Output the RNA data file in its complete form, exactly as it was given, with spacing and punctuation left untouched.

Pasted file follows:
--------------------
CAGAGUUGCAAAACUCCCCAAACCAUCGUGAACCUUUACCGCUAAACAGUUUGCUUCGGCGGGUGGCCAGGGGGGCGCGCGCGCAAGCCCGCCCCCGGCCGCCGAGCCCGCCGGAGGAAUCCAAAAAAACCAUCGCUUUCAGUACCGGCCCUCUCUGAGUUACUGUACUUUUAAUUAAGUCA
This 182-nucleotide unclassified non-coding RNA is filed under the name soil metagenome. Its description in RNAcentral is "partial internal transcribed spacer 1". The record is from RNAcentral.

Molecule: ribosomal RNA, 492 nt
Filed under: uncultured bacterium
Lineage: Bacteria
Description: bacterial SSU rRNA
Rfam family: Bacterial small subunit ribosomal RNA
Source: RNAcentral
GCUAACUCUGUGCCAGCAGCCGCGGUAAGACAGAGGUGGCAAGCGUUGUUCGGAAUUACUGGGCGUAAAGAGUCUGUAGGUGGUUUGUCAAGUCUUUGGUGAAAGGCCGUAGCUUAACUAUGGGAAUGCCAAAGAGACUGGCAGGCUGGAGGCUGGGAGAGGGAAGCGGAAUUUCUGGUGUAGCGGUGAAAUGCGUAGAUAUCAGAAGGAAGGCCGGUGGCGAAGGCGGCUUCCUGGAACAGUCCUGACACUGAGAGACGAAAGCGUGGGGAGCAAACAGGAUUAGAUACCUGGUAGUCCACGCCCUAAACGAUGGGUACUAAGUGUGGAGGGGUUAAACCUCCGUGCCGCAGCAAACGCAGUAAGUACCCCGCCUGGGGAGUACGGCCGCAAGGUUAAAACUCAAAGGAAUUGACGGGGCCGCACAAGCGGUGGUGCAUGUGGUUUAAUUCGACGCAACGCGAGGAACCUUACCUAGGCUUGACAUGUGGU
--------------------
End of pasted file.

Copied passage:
CAGAGUUGCAAAACUCCCCAAACCAUCGUGAACCUUUACCGCUAAACAGUUUGCUUCGGCGGGUGGCCAGGGGGGCGCGCGCGCAAGCCCGCCCCCGGCCGCCGAGCCCGCCGGAGGAAUCCAAAAAAACCAUCGCUUUCAGUACCGGCCCUCUCUGAGUUACUGUACUUUUAAUUAAGUCA
This 182-nucleotide unclassified non-coding RNA is filed under the name soil metagenome. Its description in RNAcentral is "partial internal transcribed spacer 1". The record is from RNAcentral.

Molecule: ribosomal RNA, 492 nt
Filed under: uncultured bacterium
Lineage: Bacteria
Description: bacterial SSU rRNA
Rfam family: Bacterial small subunit ribosomal RNA
Source: RNAcentral
GCUAACUCUGUGCCAGCAGCCGCGGUAAGACAGAGGUGGCAAGCGUUGUUCGGAAUUACUGGGCGUAAAGAGUCUGUAGGUGGUUUGUCAAGUCUUUGGUGAAAGGCCGUAGCUUAACUAUGGGAAUGCCAAAGAGACUGGCAGGCUGGAGGCUGGGAGAGGGAAGCGGAAUUUCUGGUGUAGCGGUGAAAUGCGUAGAUAUCAGAAGGAAGGCCGGUGGCGAAGGCGGCUUCCUGGAACAGUCCUGACACUGAGAGACGAAAGCGUGGGGAGCAAACAGGAUUAGAUACCUGGUAGUCCACGCCCUAAACGAUGGGUACUAAGUGUGGAGGGGUUAAACCUCCGUGCCGCAGCAAACGCAGUAAGUACCCCGCCUGGGGAGUACGGCCGCAAGGUUAAAACUCAAAGGAAUUGACGGGGCCGCACAAGCGGUGGUGCAUGUGGUUUAAUUCGACGCAACGCGAGGAACCUUACCUAGGCUUGACAUGUGGU